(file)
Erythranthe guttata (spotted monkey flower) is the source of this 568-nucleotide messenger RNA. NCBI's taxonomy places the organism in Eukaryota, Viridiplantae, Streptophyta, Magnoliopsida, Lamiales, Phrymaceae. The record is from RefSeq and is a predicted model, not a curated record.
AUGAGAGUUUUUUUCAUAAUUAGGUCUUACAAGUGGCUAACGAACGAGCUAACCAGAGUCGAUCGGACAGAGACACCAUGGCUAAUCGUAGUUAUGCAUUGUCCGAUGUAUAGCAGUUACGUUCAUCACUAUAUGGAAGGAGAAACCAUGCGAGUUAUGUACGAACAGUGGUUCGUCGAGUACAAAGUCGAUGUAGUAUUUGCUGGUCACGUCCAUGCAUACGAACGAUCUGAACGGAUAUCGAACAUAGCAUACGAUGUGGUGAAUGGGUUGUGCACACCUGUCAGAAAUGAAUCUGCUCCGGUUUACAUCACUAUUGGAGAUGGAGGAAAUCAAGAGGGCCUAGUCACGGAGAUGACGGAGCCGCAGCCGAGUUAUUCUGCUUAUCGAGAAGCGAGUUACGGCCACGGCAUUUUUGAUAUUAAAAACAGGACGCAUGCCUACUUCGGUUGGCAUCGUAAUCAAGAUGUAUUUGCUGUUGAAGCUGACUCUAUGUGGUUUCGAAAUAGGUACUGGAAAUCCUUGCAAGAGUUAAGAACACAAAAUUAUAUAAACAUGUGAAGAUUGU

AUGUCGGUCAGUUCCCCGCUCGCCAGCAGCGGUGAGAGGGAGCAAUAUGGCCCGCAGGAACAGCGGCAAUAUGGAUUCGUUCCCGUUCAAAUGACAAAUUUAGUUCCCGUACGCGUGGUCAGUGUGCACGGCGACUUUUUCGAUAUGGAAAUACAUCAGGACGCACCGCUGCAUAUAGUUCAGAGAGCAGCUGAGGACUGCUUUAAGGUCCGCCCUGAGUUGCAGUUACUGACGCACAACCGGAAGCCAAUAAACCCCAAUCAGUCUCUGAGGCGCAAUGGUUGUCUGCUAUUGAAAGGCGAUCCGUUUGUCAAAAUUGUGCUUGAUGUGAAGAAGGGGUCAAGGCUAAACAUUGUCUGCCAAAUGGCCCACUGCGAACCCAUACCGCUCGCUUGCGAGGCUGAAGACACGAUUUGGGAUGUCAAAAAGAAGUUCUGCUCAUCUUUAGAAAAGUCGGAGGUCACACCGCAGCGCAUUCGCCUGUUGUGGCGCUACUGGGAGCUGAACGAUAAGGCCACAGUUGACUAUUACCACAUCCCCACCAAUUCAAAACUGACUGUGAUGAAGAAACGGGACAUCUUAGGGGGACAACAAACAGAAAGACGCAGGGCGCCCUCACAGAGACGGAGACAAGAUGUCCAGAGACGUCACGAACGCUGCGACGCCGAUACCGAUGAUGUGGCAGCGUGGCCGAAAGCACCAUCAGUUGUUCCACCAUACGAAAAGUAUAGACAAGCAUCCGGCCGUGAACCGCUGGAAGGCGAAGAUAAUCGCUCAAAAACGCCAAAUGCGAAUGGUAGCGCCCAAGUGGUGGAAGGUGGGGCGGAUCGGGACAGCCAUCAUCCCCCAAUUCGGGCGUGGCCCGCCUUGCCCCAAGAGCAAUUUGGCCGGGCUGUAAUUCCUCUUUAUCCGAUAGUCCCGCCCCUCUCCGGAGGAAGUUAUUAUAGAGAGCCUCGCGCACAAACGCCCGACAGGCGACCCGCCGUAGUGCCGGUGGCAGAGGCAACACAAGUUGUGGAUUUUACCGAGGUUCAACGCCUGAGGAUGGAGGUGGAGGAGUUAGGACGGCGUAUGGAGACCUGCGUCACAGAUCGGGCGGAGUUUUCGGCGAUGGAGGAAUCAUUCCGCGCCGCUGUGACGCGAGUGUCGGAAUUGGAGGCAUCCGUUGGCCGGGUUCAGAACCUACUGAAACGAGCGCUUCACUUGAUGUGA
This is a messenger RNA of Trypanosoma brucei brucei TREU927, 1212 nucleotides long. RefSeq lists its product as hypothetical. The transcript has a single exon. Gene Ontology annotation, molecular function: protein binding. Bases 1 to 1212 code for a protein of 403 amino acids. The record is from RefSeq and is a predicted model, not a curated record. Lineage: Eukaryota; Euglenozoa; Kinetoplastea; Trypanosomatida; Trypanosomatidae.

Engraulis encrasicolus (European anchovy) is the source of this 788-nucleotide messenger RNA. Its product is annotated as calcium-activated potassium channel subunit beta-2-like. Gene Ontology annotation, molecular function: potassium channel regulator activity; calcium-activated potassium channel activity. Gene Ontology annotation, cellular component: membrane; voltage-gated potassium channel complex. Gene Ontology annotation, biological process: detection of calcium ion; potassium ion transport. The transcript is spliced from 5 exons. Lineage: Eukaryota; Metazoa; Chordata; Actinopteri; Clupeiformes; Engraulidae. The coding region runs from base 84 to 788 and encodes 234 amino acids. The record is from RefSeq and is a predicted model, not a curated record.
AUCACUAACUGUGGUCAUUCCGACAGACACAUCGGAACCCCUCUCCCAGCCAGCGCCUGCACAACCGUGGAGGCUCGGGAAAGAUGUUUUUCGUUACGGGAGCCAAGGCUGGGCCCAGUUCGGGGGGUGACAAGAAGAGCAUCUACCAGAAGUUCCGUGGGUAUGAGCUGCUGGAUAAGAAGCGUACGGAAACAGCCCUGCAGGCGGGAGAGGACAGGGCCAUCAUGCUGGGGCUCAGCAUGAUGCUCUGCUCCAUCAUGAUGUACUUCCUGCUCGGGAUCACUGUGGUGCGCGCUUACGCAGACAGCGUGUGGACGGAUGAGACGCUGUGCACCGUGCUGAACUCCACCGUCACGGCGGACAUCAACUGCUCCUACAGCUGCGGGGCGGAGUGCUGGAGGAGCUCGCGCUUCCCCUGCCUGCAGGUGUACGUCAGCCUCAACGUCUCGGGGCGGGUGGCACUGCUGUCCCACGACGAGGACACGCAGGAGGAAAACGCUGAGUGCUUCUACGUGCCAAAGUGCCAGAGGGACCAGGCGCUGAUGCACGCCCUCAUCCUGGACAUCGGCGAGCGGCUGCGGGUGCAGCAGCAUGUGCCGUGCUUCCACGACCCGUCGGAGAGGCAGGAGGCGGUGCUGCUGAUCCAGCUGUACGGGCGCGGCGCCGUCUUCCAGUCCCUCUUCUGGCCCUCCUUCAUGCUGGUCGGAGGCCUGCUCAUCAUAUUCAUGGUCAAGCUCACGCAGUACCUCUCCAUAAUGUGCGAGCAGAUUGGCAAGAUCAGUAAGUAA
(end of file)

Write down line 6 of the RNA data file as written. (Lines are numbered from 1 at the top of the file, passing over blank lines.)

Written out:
AUCACUAACUGUGGUCAUUCCGACAGACACAUCGGAACCCCUCUCCCAGCCAGCGCCUGCACAACCGUGGAGGCUCGGGAAAGAUGUUUUUCGUUACGGGAGCCAAGGCUGGGCCCAGUUCGGGGGGUGACAAGAAGAGCAUCUACCAGAAGUUCCGUGGGUAUGAGCUGCUGGAUAAGAAGCGUACGGAAACAGCCCUGCAGGCGGGAGAGGACAGGGCCAUCAUGCUGGGGCUCAGCAUGAUGCUCUGCUCCAUCAUGAUGUACUUCCUGCUCGGGAUCACUGUGGUGCGCGCUUACGCAGACAGCGUGUGGACGGAUGAGACGCUGUGCACCGUGCUGAACUCCACCGUCACGGCGGACAUCAACUGCUCCUACAGCUGCGGGGCGGAGUGCUGGAGGAGCUCGCGCUUCCCCUGCCUGCAGGUGUACGUCAGCCUCAACGUCUCGGGGCGGGUGGCACUGCUGUCCCACGACGAGGACACGCAGGAGGAAAACGCUGAGUGCUUCUACGUGCCAAAGUGCCAGAGGGACCAGGCGCUGAUGCACGCCCUCAUCCUGGACAUCGGCGAGCGGCUGCGGGUGCAGCAGCAUGUGCCGUGCUUCCACGACCCGUCGGAGAGGCAGGAGGCGGUGCUGCUGAUCCAGCUGUACGGGCGCGGCGCCGUCUUCCAGUCCCUCUUCUGGCCCUCCUUCAUGCUGGUCGGAGGCCUGCUCAUCAUAUUCAUGGUCAAGCUCACGCAGUACCUCUCCAUAAUGUGCGAGCAGAUUGGCAAGAUCAGUAAGUAA